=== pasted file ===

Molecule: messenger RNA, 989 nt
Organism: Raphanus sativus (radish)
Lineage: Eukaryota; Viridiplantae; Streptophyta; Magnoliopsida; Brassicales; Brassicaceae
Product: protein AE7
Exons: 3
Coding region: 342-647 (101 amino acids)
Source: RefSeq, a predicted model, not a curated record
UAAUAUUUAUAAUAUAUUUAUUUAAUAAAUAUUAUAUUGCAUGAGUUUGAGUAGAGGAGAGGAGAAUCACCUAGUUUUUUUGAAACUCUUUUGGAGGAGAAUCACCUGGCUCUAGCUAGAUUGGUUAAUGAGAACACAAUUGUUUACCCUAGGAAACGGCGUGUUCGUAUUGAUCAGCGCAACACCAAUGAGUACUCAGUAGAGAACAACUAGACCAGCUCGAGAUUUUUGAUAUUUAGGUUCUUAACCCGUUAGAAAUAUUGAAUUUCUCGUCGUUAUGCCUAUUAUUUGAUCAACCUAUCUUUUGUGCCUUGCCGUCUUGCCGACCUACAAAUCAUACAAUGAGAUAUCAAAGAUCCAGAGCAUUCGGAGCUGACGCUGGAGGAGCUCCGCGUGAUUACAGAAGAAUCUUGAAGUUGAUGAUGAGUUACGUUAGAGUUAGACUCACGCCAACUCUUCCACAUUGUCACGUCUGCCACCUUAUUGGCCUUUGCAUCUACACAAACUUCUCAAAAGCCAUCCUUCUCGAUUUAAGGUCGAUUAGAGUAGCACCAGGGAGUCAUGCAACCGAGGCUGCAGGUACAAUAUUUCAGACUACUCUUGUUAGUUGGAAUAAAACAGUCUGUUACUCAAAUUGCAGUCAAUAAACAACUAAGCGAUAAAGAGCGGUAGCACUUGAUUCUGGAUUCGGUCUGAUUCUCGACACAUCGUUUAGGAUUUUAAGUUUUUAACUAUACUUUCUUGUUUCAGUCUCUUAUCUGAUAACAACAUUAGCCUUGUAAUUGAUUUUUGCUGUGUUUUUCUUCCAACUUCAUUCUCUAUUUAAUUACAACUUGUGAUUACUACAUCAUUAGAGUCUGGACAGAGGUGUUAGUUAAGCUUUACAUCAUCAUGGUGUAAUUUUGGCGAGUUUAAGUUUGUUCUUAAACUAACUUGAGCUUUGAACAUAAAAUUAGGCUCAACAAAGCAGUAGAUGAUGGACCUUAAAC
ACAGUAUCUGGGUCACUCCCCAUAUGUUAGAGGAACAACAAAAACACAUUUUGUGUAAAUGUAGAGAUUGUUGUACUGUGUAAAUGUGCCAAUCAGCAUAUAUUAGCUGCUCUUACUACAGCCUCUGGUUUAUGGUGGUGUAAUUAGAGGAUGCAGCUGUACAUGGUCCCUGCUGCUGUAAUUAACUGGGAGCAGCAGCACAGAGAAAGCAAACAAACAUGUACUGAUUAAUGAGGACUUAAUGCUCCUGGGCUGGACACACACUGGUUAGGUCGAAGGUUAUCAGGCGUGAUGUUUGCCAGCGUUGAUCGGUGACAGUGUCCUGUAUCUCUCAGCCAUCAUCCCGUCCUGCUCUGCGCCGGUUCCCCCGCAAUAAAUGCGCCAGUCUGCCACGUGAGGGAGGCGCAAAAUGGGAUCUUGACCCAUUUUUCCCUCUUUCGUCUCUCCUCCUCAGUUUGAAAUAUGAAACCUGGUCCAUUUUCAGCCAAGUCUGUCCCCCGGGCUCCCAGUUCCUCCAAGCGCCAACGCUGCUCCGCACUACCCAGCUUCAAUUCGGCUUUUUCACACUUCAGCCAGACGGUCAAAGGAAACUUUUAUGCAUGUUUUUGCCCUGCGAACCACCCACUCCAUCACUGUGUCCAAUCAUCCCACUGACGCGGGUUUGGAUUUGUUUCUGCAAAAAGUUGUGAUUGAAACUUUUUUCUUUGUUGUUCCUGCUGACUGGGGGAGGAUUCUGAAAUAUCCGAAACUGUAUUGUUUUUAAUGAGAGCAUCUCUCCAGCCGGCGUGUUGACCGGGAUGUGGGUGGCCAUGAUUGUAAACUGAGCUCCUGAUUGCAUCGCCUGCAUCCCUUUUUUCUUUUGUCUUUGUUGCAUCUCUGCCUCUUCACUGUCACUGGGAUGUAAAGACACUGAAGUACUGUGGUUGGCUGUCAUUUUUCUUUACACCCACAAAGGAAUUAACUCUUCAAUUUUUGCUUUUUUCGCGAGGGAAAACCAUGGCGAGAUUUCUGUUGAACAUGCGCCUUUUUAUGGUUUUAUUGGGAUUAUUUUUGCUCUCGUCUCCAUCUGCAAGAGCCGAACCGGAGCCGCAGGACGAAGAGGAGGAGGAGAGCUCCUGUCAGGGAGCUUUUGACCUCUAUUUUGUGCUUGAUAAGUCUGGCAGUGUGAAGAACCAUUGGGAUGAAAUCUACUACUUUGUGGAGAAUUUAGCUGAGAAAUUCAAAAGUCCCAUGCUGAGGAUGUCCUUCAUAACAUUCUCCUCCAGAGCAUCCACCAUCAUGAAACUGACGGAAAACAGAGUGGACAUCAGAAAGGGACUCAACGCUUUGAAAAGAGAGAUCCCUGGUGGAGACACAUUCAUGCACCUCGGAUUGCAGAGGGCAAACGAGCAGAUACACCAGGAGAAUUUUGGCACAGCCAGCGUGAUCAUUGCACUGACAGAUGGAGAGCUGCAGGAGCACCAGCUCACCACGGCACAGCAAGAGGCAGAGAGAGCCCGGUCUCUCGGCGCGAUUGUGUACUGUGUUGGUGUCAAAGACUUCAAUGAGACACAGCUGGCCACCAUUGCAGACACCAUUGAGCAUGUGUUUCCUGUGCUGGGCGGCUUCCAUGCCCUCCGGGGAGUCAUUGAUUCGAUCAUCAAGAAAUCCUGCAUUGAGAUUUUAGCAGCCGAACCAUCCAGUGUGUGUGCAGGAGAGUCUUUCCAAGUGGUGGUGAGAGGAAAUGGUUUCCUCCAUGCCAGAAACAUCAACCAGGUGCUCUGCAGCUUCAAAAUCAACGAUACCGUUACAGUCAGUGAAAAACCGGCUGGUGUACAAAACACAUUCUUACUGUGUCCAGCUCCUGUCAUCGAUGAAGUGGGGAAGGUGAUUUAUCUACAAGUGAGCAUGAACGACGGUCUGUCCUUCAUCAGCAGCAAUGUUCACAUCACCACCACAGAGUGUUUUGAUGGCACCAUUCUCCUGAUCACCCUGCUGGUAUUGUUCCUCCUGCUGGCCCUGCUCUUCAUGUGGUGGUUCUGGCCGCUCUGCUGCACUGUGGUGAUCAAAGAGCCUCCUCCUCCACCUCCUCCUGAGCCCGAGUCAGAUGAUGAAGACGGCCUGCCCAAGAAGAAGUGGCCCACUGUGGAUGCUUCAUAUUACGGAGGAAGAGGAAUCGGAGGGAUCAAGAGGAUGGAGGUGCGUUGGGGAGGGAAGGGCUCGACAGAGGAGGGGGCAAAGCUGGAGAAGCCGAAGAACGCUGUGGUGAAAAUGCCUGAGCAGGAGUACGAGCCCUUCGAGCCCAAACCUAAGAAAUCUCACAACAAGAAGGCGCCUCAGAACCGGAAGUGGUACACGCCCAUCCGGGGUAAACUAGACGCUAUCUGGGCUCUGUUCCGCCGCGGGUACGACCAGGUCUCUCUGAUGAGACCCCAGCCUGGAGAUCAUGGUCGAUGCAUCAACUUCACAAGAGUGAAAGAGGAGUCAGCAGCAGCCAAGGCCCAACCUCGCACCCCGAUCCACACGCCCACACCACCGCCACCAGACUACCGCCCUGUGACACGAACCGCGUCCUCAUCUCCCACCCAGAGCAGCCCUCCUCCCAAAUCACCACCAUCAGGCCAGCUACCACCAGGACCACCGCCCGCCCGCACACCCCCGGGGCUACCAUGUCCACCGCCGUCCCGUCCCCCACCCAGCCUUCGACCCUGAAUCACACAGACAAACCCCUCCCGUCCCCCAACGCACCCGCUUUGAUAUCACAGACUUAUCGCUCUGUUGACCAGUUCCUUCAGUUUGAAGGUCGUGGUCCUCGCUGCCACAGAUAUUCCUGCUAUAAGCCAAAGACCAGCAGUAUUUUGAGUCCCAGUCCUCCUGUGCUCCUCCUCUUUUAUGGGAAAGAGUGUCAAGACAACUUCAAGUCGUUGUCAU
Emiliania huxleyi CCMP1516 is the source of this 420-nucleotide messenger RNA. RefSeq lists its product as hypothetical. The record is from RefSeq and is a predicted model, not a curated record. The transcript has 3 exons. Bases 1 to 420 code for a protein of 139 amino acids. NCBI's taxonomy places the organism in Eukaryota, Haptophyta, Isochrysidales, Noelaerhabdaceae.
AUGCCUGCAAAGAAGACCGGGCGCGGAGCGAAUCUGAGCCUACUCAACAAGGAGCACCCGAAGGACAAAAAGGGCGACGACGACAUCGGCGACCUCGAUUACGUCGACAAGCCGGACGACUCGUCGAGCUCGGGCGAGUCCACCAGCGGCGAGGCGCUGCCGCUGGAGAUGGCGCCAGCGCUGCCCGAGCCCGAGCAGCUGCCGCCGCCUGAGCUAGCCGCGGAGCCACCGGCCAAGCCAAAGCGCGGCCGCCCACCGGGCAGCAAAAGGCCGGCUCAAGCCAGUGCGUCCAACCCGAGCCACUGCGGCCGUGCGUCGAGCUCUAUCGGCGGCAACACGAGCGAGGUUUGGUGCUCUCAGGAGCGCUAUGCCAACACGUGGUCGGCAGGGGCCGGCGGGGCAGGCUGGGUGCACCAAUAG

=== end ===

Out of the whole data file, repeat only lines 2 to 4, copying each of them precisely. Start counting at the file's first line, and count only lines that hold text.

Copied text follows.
Organism: Raphanus sativus (radish)
Lineage: Eukaryota; Viridiplantae; Streptophyta; Magnoliopsida; Brassicales; Brassicaceae
Product: protein AE7